Beans and Squash Report 2014
What we grew: Summer squash: Amatista Grey (mildew resistant), Gold Rush, White Courgette. We decided last year to no longer plant winter squash as the season is too short here.
Beans: Bush: Tema, Royal Burgundy, other odds and ends. Pole: Purple Peacock. We also grew a few Red Celery plants with the bush beans as they are recommended as a companion.
Timing and planting: Squash seeds were started at home in 3-4” pots by team members the last week of April, moved to the site under the covers mid-may and planted out May 23, under the covers. Recommend this schedule (depending on weather)space plants minimum 20 inches apart. You need to start 30-40 plugs, one seed per plug is fine and it’s OK if some don’t germinate. Goal is 20-25 plants. When planting, pick off any flowers (they can be eaten) to encourage the plants to grow bigger before starting to set fruit. Milestones: Started to see fruit forming July 13.
Bush beans were direct-sown May 31, under covers. Pole beans were direct sown June 11, after the last frost, in an uncovered bed. Recommendation: if the weather is nice, plant the bean seed by the 3rd week of May, spacing the seed 3-4 across the bed. They germinate well and blank spaces can be filled in later. Milestones: bush bean plants emerged June 11 (10 days) First blossoms July 13.
Celery: plants were started in March and planted out June 16 (could have been done earlier). Recommend plants to be started much earlier, maybe by the 1st week of February. Other than never catching up in size, the plants grew very well and healthy.
Growing/harvest timing: the 1st summer squash are usually ready to start harvesting the 1st week of August, when they are at least 5-6 inches long and the blossom has fallen off. They will continue to produce into October if the weather permits. The 1st bush beans will also be ready to start picking early August, when they get to about 4”long. They will produce into September but are usually done by the end of September. Squash and beans can both get much larger and still be delicious, and Members should be instructed to harvest the very largest they can find to a minimum size of 5” for zukes and 4” for beans. UNTIL a hard killing frost is forecast (or snowstorm) at which time everyone needs to get down to the garden and pick EVERYTHING before the plants get killed and food ruined.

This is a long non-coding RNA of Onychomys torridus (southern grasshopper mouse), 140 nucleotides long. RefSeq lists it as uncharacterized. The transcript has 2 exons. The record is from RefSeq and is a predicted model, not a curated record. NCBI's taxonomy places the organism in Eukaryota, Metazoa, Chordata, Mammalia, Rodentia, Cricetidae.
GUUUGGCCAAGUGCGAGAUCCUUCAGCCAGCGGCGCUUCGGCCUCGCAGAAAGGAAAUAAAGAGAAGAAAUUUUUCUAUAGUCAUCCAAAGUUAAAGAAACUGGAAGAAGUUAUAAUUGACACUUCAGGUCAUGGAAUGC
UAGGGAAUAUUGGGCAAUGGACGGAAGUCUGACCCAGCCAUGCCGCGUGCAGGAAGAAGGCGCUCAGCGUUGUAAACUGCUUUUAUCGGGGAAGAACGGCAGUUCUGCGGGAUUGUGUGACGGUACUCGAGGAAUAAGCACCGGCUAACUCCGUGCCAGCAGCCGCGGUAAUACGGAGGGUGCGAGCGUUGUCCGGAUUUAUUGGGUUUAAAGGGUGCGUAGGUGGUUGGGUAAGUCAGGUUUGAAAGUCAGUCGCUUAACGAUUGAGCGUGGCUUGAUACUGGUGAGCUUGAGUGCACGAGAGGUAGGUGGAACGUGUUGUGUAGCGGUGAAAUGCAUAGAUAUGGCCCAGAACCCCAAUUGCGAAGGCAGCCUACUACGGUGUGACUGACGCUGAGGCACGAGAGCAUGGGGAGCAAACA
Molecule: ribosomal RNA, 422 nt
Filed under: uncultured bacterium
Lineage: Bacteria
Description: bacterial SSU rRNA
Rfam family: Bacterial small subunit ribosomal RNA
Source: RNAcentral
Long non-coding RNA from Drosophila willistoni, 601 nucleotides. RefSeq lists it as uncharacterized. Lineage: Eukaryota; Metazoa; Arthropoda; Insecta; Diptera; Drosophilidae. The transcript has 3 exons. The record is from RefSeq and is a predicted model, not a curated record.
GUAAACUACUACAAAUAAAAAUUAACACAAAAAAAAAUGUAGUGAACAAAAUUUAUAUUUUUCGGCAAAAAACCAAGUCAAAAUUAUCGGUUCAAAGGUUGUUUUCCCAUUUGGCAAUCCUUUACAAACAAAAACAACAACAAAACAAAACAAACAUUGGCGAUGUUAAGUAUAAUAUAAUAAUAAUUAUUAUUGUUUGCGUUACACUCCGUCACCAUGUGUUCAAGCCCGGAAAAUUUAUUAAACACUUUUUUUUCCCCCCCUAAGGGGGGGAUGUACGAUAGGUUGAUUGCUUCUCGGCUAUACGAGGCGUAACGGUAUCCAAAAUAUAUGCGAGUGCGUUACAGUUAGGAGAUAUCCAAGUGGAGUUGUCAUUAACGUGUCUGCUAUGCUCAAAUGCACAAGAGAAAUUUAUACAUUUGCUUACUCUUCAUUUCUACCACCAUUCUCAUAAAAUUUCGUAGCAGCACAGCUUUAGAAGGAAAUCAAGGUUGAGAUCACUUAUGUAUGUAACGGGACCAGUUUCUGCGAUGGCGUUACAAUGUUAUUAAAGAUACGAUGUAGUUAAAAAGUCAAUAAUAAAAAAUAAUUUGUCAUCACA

Soil additives: No soil or amendments were added this year, except eggshell powder was added to the holes when transplanting the squash, and in June a Gaia fertilizer application (4-4-4) was applied to all the Communal beds. Recommend adding dolomite lime to the beds to increase calcium supply and avoid blossom end rot in the squash. Recommend adding more soil/compost for volume to the covered beds.
Covers: Beds had covers put on at the Opening work party May 11, to allow the soil to start heating up as beans and squash both need warm soil temperatures. If the weather is nice this can be done as early as the start of May. Note a thick heavy snowfall will collapse the covers so watch the forecast, no point doing anything if there is snow predicted. Covers need to be secured taught to prevent sagging to work effectively, if there is a frost, any part of the plant that is touching the plastic will die back. We left the covers on until the last week of June, taking them off during the day when necessary if the day was warm but then replacing to keep the temperature warmer over night. At the end of June we left them off but stayed on standby in case there was a frost warning in which case we would have had to go down and put the covers on for the night. The zucchini plants did not grow as large or produce as much fruit this year as they have in the past when covered more diligently all summer. Wondering if the cold nights in July and August contributed to this, but also suspect it was the varieties we chose to plant this year, selecting mildew-resistance over productivity. Soaker hoses were laid in the hoop beds to make it easier to water with the covers on.
Pests and Diseases: May-June, we had some cutworms. The squash plants were large enough by the time they were planted that they were not affected. The celery was not affected. We lost a few bush beans but not a big deal. We sprinkled cornmeal around the plants and this worked really well.